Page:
In case you didn't notice, storage virtualization solutions have become a commodity.

In the past month, I've gotten no fewer than six emails from storage optimizations companies talking about how they're bringing something to market or pointing out a solution that we haven't talked about.

In the past month, I’ve gotten no fewer than six emails from storage optimizations companies talking about how they’re bringing something to market or pointing out a solution that we haven’t talked about. This is amazing to me because at the end of 2012, we could almost count on one hand the number of storage optimization solutions with VDI-specific applications (Atlantis, Fusion-IO, Nutanix, Virsto, DataCore, Tegile, X-IO). Since then the market exploded en route to what I believe is the commoditization of storage optimization.

Over the past few years, we’ve seen many other companies join the usual suspects in the public storage optimization consciousness. XtremIO, which sponsored BriForum one year while still in stealth mode, never made it to launch before being acquired by EMC. They're credited with setting the parameters for the perfect VDI storage solution: block level, single instance storage where the optimization is performed before the data is committed to disk, not after. Since then, we've added Nimble Storage, GreenBytes, PureStorage, Simplivity, Tintri, Whiptail (which was just acquired by Cisco), and Nexenta to the list of companies with desktop virtualization-specific solutions. Then over the course of the summer, more companies appeared on our radar, like Velobit and Infinio. (This is by no means a complete list)

Even software companies are getting into the game. Liquidware Labs, a software company known for user environment management and OS migrations, has created FlexIO, which is included as part of their ProfileUnity product. Dell’s vWorkspace group has been adding optimizations for deploying and executing VMs to Hyper-V, VMware bought Virsto, and Citrix added IntelliCache to XenServer.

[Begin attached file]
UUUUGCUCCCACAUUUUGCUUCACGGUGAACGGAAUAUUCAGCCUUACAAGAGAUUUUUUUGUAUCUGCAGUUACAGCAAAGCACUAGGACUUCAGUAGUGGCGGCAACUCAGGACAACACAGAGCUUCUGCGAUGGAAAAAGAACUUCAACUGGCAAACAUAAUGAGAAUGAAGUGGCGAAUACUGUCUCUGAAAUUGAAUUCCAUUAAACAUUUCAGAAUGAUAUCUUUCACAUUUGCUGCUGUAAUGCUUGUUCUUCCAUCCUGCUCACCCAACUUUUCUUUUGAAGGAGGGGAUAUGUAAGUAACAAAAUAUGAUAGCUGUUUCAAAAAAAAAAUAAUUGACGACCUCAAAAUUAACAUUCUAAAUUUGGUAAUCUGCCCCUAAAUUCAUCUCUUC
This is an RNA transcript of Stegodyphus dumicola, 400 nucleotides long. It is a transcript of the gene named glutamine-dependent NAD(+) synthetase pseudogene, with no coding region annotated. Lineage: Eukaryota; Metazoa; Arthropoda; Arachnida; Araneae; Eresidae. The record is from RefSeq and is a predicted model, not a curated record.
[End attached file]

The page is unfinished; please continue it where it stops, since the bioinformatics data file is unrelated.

This article alone will probably result in more emails that say “Hey, you didn’t mention us,” which will serve to reinforce two points. The first is that storage optimization, through any of several different methods, is accessible. No two solutions are exactly the same, although you don’t have to look too hard to find similarities. Some use memory and/or single instance storage, others focus on tiering data across various mixes of fast (expensive) and slow (cheap) storage mediums, while others are 100% flash-based. Hell, at VMworld this year, we found that the solutions from Atlantis and Greenbytes were so similar that we couldn’t choose one over the other for the Best of VMworld award in the Desktop Virtualization category.

The other point that is reinforced by all the storage optimization solutions on the market is that VDI storage has, for the most part, been solved. Today, the challenge is not that VDI storage is too hard or too expensive; rather, it’s deciding which solution to use of the twenty or so that are out there. In no way is any of this a bad thing. Remember, just a few years ago, we were faced with the decision of trying to shoehorn our virtual desktops into existing SAN or to build an entirely new one specced out for desktops. The kids have it so easy these days.

So here’s to the commoditization of storage optimization! Are some solutions better than others? For sure, but with the varying use cases out there, what’s good for me might not be good for you. The point is, there are solutions for everyone now, and we don’t have to mortgage the datacenter to get them.

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I agree that storage has become more accessible. But for me it's been like that for at least 3 years, having been designing and selling solutions. The real difference is confidence and market awareness amongst people. What was once specialist and niche (e.g Whiptail) now has a badge on it. Almost all the big names have something.

What I am talking to people about today is gradually becoming less about the kit and far more about the management ongoing.

Do you need non-persistent desktops if the storage is doing the clever stuff? e.g Dedupe

How will the desktops be provisioned and maintained and updated depending on persistent vs. non.

How well does your storage option integrate into View, XenDesktop (PCS/MCS) if at all? This is not a simple answer in most cases!

Do you want a storage model that grows in 1,500 desktop increments or 10 at a time? This might be based on VDI capability or challenges around who and how desktops are paid for.

Who will support the SAN and Hypervisor? Which of course leads on to possibly the next commodity of the future... Converged solutions from the like of Nutanix, Pivot3 and newcomer SimpliVity.

Hyperconvergence... Now I wonder if it will ever become a commodity.